This is precisely the situation with nuclear protestors. Though the defendants here intended disarmament only as a means and not as an end, their ultimate desire of saving innocent lives does not replace or negate the intent which the statute requires--that of interfering with U.S. defense functions, facilities, and policies. The defendants through their own words made clear that they saw such interference as necessary to their benevolent goals: when it is nuclear missiles, a part of the U.S. defense system, that are "illegal," "immoral," "criminal," and "murderous," one can hardly halt the inexorable slide toward killing and destruction without interfering with--and intending to interfere with--that established part of the U.S. defense system. Any argument to the contrary merely tries to read back into the statute a requirement of a subjective desire to interfere with the country's best interests, an interpretation that we have already rejected.

Viewing the evidence in the light most favorable to the government, see, e.g., United States v. Willis, 774 F.2d 258, 260 (8th Cir. 1985); United States v. Martin, 772 F.2d 1442, 1445 (8th Cir. 1985); United States v. Richmond, 700 F.2d 1183, 1189 (8th Cir. 1983), we find there was sufficient evidence to support the jury verdicts of sabotage as to all defendants.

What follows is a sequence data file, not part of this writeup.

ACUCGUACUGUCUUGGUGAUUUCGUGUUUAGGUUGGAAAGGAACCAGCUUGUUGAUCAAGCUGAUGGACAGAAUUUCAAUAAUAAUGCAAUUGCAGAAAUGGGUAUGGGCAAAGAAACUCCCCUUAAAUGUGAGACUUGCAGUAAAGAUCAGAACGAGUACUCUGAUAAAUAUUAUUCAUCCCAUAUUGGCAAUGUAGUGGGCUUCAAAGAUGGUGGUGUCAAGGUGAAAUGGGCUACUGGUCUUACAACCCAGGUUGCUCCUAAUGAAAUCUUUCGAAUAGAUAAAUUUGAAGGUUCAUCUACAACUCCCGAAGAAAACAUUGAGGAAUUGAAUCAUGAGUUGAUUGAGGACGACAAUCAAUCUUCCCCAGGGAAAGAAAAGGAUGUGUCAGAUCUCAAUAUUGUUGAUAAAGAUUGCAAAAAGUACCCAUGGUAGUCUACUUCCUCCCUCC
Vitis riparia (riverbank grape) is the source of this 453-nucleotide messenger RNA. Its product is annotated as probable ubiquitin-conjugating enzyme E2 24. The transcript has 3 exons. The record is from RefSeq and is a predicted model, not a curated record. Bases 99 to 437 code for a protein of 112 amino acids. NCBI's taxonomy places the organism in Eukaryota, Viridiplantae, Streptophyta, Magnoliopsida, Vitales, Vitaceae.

The N5 defendants argue that even if there was sufficient evidence of intent to sustain their convictions, the district court improperly foreclosed consideration of their opposing evidence on intent through its instructions to the jurors not to decide whether U.S. nuclear weapons policy was "morally proper, religiously sound, or politically wise" and not to consider "the purpose or motive of any defendant." This language in Instruction 29, the N5 defendants assert, in effect took away the presumption of innocence and further forced the jury to decide the issue of specific intent solely on the basis of the defendants' conduct despite the availability of direct evidence of the defendants' subjective states of mind.

When error is alleged in a portion of a jury charge, we review the challenged passage not in "artificial isolation" but in the context of the instructions as a whole. United States v. Udofot, 711 F.2d 831, 839 (8th Cir.), cert. denied, 464 U.S. 896, 104 S. Ct. 245, 78 L. Ed. 2d 234 (1983); e.g., United States v. Hutchings, 751 F.2d 230, 239 (8th Cir. 1984), cert. denied, --- U.S. ----, 106 S. Ct. 92, 88 L. Ed. 2d 75 (1985). It is not grounds for reversal that the charge might have been differently, or even better, worded; a district court has wide discretion on choice of language, and we will not find that discretion abused when the instructions as a whole accurately and adequately state the relevant law. Udofot, 711 F.2d at 839; United States v. Shigemura, 682 F.2d 699, 704, 705 (8th Cir. 1982), cert. denied, 459 U.S. 1111, 103 S. Ct. 741, 74 L. Ed. 2d 962 (1983).

Instruction 29 in full read as follows: